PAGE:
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Opinion: Critics of Common Core to face educational officials in public events


Forums designed to give lawmakers, parents, teachers the chance to learn and ask questions

By Karen Gray, NPRI/Nevada Journal

james-milgram-2739092-8982091Two nationally recognized educators — both critics of the controversial Common Core State Standards — are scheduled to participate next week with representatives of the Nevada Department of Education in two public examinations of the pros and cons of Common Core.

The visiting experts are Dr. James Milgram, former member of the NASA Advisory Council and professor emeritus of mathematics at Stanford University, and Dr. Sandra Stotsky, professor emerita at the University of Arkansas’ Department of Education Reform. Stotsky is renowned for developing some of the country’s strongest sets of academic standards for K-12 students while serving as Senior Associate Commissioner in the Massachusetts Department of Education.

The Nevada Department of Education (NDE) representatives are Steve Canavero, deputy superintendent of student achievement; Cindy Sharp, director of NDE’s Office of Standards & Instructional Support; and Assistant Director Dave Brancamp.

The first symposium, hosted by Assemblyman Phillip “PK” O’Neill, R-Carson City, will be Tuesday, January 13, from 6-8 p.m., in room 1214 of the Nevada Legislative building, 401 South Carson St., Carson City. The meeting will also be teleconferenced, via live streaming, to the state’s Grant Sawyer Building, 555 E. Washington Ave., room 4401, in Las Vegas.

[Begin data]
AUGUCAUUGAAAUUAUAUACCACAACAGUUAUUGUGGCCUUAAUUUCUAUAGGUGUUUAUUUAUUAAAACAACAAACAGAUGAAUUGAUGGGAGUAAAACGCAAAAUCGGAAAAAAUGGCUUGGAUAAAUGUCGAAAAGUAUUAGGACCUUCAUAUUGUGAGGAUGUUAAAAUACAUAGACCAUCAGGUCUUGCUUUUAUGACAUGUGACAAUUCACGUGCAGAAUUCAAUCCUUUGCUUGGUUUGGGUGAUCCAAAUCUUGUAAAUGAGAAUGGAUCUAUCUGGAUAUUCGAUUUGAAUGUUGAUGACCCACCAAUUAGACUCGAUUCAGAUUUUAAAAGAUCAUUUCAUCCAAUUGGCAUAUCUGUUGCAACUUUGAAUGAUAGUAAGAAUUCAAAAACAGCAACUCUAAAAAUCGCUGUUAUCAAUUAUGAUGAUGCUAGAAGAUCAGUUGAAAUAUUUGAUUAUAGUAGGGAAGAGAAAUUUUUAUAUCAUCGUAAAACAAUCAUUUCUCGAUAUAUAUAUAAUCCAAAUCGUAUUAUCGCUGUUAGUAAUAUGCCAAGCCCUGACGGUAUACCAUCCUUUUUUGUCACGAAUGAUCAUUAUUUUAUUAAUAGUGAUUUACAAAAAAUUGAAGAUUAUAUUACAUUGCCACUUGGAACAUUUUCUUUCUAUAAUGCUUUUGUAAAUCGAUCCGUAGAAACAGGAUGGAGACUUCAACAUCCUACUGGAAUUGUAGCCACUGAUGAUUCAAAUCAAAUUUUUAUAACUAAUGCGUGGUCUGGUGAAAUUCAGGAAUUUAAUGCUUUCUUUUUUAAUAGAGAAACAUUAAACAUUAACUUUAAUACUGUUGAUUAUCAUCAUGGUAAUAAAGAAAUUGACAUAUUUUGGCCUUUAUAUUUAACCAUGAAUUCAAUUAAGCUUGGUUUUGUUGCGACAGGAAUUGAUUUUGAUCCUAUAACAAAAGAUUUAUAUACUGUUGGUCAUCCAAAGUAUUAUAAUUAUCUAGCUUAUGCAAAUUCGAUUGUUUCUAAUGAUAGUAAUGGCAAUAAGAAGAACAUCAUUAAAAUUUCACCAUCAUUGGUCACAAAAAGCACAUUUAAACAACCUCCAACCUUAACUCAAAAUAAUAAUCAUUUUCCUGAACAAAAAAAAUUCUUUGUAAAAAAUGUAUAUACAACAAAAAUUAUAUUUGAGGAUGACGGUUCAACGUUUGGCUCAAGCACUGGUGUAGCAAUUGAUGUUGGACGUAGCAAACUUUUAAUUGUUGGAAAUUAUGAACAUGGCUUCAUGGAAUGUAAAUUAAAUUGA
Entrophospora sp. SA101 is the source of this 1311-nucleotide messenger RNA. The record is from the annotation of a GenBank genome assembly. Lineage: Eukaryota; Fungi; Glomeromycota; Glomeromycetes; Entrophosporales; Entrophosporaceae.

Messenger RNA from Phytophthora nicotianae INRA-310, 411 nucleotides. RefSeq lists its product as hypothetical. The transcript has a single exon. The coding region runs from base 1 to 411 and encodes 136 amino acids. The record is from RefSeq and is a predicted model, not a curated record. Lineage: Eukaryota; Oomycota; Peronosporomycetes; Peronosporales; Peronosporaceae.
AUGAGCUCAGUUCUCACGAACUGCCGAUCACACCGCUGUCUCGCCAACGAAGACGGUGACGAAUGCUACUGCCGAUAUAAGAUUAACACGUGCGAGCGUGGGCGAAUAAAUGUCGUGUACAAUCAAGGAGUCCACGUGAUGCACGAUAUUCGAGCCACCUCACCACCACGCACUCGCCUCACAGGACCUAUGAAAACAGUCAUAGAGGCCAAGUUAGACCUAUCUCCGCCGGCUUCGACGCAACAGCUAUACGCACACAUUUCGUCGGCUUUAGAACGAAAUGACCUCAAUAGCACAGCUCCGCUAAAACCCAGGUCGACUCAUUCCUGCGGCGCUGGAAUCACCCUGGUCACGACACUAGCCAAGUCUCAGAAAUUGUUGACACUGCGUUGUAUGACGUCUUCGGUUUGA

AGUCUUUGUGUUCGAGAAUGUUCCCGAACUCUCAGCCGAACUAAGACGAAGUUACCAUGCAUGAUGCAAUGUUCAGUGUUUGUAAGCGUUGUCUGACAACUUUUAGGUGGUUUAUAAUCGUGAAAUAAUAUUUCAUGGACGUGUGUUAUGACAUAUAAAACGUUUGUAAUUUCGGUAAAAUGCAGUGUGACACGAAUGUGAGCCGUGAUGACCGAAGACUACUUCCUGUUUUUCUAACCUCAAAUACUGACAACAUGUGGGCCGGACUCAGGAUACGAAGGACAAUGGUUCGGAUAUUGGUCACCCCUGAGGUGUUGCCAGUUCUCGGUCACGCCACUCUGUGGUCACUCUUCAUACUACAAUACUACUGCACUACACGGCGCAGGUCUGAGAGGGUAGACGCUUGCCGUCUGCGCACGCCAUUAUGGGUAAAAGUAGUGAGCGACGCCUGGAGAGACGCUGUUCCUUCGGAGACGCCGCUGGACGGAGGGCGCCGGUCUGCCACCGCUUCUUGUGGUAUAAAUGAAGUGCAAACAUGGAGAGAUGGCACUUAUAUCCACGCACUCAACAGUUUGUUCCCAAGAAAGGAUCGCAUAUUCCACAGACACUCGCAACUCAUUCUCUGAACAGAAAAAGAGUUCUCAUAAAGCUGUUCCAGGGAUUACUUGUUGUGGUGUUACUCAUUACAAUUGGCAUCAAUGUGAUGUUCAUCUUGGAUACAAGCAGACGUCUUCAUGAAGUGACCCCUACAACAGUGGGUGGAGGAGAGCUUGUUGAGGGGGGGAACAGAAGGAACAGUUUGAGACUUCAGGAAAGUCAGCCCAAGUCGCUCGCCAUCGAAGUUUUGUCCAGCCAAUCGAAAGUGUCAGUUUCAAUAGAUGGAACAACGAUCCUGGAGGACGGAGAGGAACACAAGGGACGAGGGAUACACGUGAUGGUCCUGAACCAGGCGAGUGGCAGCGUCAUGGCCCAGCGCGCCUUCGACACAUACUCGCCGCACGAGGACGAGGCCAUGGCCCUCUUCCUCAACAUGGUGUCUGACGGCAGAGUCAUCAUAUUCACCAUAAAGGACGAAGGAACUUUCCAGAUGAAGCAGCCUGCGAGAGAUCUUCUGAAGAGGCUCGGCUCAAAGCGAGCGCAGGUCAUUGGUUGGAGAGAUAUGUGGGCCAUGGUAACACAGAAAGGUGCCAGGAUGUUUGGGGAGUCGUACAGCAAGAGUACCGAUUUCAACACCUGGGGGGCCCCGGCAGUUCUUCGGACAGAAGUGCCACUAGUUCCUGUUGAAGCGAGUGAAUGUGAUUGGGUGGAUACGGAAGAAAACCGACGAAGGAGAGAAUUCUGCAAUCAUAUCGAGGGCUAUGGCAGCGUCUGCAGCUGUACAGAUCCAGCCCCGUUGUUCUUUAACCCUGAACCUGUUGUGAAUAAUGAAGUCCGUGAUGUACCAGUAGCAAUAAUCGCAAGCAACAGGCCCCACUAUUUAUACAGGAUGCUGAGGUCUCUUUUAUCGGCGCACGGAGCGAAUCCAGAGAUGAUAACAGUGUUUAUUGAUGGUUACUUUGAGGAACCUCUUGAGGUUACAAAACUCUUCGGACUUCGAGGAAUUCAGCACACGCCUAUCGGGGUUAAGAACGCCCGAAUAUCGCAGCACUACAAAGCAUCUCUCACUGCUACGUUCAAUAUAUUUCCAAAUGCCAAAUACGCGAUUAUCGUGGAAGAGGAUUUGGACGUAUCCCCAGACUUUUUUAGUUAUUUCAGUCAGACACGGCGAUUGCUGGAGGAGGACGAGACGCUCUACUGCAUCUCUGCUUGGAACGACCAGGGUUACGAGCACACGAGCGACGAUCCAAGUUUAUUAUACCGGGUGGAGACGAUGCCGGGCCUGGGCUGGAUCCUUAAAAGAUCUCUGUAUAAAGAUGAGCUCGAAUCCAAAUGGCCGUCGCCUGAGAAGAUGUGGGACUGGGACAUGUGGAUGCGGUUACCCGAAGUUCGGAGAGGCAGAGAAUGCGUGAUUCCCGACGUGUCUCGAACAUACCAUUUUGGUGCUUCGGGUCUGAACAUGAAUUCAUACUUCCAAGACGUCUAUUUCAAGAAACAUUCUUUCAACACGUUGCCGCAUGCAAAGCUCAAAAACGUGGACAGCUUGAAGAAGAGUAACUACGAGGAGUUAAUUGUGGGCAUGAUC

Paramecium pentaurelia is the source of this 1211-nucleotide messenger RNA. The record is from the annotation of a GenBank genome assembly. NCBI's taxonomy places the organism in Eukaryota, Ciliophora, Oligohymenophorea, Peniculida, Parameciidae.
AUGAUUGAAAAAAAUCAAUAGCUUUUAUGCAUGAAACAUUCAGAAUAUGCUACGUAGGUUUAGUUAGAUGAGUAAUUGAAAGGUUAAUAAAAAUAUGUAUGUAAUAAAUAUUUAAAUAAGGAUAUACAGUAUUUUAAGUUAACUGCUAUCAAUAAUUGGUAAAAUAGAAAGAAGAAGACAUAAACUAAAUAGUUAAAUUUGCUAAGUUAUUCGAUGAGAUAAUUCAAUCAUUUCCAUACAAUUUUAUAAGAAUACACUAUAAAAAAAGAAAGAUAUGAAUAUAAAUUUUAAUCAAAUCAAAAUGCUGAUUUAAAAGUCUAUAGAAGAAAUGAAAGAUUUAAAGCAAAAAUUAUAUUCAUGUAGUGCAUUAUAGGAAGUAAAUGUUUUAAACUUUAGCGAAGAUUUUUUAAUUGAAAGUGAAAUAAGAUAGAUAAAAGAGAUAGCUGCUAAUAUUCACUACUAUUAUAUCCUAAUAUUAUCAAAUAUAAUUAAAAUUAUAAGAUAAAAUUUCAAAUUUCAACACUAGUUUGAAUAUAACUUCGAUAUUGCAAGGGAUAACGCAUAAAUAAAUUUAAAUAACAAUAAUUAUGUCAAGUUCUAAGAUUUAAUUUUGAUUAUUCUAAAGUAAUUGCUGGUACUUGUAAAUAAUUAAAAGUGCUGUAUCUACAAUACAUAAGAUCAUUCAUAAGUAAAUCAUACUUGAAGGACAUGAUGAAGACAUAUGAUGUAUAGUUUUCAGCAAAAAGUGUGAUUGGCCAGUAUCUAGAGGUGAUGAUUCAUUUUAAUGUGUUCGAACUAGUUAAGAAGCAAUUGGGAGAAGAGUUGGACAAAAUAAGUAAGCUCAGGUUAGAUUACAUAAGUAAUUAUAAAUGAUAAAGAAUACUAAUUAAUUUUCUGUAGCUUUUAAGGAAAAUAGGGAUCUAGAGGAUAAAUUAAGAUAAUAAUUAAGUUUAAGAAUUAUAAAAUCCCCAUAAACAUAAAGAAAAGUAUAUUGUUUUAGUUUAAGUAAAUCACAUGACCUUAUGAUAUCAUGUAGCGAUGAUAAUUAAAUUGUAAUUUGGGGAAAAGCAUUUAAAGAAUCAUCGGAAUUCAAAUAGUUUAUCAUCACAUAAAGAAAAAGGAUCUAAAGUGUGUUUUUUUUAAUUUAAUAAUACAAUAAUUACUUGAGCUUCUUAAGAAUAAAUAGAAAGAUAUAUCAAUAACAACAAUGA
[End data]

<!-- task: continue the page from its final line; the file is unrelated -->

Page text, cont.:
The teleconferencing to Grant Sawyer will allow question-and-answer opportunities for attendees in southern Nevada, says Ann Bednarski, chairwoman of Citizens for Sound Academic Standards (C4SAS), the organization that arranged the Common Core events.

Common Core is a copyrighted set of academic standards commissioned by the National Governors Association Center for Best Practices (NGA Center) and the Council of Chief State School Officers (CCSSO). All but four states have adopted these standards, many with modifications. In Nevada, the standards were adopted verbatim and are officially called the Nevada Academic Content Standards.

Doctors Milgram and Stotsky were members of the NGA and CCSSO Common Core standards-validation committee. Both, however, refused to sign-off on the standards and are now active critics of Common Core.

Nevada’s symposiums “are a big deal,” says Stotsky. Although parents across the country are becoming upset, she says, no one wants to talk to them — not even U.S. Secretary of Education Arne Duncan.

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